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John-Phillips

January 8, 2014

Frank Eve is managing director of Frank Eve Consulting

 

As I gaze into my crystal ball for 2014 one of the crucial issues going forward is what is going to happen to interest rates. As I think about this I am reminded of the play Arcadia by Tom Stoppard, where one of the characters makes the following insightful statement: “When you stir your rice pudding Septimus, the jam spreads itself round making red trails like the picture of a meteor in my astronomical atlas. But if you stir backwards, the jam will not come together again.”

And so it is with interest rates. The Bank of England has been stirring jam in the form of low interest rates into the mortgage market for the last five years but is the time coming when the spoon will be pushed the other direction?  

Some commentators such as Andrew Sentence, a past member of the Bank of England’s Monetary Policy Committee and a current member of the Shadow Committee, feel we need an immediate rise in interest rates to 0.75%. There is a growing feeling among some other commentators that there is no justification for super-low interest rates at a time when the economy is growing at an annual rate of about 2%. The Bank of England in its “Forward Guidance” has indicated that interest rates will remain where they are until unemployment falls to 7% but as a result of strong growth at the end of last year this may need to be revised if interest rates are to remain where they are by the end of 2014.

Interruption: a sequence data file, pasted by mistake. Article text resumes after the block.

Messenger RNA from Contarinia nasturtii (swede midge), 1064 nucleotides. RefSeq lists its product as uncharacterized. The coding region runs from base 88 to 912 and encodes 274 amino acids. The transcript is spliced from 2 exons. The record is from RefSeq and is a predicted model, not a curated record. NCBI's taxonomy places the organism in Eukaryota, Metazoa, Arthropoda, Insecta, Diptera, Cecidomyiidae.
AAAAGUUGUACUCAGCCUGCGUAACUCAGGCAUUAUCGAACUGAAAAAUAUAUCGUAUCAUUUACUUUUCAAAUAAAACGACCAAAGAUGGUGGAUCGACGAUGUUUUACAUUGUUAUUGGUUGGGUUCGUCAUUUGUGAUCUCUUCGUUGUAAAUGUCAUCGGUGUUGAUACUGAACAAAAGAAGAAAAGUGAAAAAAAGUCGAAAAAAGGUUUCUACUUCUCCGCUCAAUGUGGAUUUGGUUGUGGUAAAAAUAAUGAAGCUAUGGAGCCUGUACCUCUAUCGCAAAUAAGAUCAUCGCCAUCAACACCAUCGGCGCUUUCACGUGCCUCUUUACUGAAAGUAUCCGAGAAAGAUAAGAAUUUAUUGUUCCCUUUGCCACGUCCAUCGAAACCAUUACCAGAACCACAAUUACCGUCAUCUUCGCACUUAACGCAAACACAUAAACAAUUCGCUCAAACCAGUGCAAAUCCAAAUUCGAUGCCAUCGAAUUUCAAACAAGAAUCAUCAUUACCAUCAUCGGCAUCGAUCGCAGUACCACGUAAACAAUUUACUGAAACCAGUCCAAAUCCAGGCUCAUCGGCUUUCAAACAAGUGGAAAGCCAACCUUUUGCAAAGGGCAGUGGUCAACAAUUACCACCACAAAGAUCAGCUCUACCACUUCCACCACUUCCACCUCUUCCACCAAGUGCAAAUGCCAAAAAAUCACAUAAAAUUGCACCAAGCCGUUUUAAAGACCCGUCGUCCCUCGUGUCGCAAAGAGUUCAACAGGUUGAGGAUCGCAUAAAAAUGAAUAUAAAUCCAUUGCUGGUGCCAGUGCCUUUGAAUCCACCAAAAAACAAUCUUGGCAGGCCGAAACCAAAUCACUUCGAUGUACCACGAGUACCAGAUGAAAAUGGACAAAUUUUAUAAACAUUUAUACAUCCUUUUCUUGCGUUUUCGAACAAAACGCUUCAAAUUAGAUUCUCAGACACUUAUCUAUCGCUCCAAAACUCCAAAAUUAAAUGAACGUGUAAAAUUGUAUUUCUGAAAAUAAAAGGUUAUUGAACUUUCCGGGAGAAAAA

With the Federal Reserve in the USA unwinding Quantative Easing and Government Bond yields increasing, the ‘spoon’ has now starting to turn in the opposite direction and how soon before interest rates start to rise in the UK and what will be the result?!

Before we all start to panic we should look at what is likely to happen. Even with ultra-low interest rates the borrowers most in need, first time buyers and those struggling to re-mortgage because of a poor credit history are currently getting very little support from low interest rates as Lenders are achieving historically high margins all areas of the market. With provisions coming back into profit, as house prices rise, and the full effect of PPI claims past its peak it is about time that lenders adjusted their lending margins back to more reasonable levels. This would allow the room needed for the small increases in interest rates some in the industry are calling for and also bring an end to all the silly talk of a new housing boom.

The spoon may now be starting to turn in the opposite direction but where interest rates will be at the end of 2014 is still unknown. However, just as the jam in the rice pudding does not return to the same place, an increase in interest rates will not return the mortgage market to where it was five years ago. Whatever happens we all hope that there will still be some jam left in the market for borrowers, brokers and lenders by the end of 2014.


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